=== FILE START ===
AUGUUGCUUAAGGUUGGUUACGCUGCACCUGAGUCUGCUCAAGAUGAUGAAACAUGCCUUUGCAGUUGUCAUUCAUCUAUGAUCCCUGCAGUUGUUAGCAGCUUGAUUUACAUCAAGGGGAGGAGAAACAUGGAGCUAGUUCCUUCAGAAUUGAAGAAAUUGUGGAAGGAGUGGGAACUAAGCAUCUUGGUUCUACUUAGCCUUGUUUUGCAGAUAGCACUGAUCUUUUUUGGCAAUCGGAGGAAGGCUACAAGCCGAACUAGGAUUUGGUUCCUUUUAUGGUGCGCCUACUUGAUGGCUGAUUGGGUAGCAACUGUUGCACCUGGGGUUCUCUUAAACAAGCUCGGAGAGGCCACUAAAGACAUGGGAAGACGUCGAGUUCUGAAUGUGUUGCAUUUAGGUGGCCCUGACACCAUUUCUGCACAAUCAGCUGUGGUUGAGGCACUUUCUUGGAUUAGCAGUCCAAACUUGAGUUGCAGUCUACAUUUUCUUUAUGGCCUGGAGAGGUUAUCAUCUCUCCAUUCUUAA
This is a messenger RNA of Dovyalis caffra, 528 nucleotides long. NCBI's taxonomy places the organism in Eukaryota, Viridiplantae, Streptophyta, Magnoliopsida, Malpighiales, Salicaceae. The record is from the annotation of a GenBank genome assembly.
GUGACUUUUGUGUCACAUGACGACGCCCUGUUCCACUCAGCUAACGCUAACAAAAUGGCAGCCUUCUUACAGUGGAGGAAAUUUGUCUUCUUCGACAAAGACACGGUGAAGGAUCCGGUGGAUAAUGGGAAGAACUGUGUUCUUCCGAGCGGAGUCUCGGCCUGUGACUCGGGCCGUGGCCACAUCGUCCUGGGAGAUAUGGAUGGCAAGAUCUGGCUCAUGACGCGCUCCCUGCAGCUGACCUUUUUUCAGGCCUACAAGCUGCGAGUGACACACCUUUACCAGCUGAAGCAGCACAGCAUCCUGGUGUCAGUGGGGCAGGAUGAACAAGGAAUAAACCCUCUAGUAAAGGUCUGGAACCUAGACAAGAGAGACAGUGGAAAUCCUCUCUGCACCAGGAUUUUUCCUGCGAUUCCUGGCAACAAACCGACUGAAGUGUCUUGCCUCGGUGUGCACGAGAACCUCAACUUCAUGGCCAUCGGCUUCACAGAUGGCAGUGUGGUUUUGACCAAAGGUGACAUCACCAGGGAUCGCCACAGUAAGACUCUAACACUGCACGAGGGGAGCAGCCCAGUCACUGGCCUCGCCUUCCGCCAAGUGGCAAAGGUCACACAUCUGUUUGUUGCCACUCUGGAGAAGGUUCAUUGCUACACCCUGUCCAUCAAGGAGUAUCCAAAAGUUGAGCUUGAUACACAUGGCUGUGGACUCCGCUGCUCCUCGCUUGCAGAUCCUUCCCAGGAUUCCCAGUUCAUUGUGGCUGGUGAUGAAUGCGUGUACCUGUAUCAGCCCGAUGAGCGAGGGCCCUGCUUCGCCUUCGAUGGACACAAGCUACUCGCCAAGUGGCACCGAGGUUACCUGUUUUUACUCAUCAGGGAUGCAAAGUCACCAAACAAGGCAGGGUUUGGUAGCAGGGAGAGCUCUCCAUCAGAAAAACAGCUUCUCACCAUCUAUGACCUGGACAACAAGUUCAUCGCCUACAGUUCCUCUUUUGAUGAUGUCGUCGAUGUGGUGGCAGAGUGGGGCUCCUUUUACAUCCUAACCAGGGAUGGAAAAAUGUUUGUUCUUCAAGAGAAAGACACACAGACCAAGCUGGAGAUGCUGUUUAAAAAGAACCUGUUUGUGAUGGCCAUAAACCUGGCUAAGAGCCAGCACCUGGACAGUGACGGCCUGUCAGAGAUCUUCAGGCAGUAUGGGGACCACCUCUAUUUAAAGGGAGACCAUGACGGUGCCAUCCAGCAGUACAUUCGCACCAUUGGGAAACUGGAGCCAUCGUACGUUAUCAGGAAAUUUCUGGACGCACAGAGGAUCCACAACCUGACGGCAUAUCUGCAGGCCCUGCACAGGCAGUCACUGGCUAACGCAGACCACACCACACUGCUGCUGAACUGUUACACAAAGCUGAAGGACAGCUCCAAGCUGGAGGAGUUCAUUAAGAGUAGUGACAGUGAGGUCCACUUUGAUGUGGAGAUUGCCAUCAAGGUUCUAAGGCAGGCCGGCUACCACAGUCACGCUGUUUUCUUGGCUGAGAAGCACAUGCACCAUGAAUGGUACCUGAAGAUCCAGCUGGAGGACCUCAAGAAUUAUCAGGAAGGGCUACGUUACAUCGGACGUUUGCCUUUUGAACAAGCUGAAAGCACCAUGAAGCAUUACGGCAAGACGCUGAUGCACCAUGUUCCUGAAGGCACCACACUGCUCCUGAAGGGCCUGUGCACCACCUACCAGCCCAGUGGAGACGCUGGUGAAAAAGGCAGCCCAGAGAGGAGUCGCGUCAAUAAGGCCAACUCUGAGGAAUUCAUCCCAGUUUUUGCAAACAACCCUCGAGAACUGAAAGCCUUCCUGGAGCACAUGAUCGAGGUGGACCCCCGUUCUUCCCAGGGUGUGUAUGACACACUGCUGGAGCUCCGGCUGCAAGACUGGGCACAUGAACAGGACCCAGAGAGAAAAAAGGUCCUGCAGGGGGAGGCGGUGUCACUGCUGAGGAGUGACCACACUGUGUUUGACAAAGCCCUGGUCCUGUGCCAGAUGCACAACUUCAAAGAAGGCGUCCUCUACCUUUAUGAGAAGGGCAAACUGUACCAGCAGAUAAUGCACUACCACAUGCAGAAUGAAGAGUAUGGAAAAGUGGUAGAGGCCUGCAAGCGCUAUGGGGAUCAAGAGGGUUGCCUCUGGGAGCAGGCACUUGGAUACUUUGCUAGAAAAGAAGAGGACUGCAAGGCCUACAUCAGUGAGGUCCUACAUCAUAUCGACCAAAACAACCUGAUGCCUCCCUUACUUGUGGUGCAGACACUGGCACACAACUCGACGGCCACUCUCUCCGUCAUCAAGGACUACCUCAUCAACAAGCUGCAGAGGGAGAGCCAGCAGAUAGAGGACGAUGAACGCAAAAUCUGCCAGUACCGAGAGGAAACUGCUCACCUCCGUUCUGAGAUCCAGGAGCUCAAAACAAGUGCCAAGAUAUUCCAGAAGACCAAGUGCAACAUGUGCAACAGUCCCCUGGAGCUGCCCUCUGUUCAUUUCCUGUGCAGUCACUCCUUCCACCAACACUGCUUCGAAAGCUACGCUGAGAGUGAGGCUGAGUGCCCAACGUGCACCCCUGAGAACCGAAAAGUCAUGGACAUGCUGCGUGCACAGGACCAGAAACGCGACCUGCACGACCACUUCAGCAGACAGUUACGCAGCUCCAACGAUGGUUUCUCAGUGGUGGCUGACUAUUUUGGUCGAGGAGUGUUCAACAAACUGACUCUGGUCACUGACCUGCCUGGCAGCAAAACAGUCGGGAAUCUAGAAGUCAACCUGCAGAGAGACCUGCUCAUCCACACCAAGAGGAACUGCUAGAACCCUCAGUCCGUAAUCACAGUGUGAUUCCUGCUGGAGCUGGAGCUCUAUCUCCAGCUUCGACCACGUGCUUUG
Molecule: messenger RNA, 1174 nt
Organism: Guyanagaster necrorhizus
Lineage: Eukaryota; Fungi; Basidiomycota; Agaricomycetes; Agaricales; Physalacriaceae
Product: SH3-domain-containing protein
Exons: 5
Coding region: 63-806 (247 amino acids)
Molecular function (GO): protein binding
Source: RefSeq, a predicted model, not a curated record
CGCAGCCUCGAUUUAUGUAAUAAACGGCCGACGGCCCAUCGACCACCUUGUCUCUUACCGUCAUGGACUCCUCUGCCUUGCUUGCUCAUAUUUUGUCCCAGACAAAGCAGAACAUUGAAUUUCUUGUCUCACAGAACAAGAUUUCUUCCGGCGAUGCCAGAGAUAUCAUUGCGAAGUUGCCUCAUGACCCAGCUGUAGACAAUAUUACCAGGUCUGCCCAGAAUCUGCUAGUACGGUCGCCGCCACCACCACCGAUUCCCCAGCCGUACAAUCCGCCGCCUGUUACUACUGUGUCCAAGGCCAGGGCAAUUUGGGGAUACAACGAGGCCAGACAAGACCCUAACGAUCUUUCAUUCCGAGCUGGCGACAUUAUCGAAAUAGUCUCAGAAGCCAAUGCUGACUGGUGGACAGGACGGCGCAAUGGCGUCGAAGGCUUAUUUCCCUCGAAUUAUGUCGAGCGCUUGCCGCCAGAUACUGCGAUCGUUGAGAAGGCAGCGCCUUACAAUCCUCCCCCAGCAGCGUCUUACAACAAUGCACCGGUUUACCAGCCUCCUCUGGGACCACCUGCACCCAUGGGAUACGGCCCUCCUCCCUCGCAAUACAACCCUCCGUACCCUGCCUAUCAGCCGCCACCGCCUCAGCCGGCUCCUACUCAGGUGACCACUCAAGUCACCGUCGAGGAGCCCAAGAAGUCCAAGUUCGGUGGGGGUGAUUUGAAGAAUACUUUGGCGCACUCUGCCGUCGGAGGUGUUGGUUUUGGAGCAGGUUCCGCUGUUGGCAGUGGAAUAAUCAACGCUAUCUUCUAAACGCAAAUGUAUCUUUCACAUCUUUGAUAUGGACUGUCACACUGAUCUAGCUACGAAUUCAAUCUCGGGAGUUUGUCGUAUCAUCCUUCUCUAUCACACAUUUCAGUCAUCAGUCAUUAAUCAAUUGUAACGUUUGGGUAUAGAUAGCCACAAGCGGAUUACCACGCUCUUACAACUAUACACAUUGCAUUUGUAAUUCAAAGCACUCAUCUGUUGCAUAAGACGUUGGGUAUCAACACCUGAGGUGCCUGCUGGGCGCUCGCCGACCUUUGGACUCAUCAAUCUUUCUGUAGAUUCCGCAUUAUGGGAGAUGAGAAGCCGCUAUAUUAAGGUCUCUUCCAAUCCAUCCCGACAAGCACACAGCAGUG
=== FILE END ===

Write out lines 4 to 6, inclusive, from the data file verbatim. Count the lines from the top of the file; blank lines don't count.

Molecule: messenger RNA, 1174 nt
Organism: Guyanagaster necrorhizus
Lineage: Eukaryota; Fungi; Basidiomycota; Agaricomycetes; Agaricales; Physalacriaceae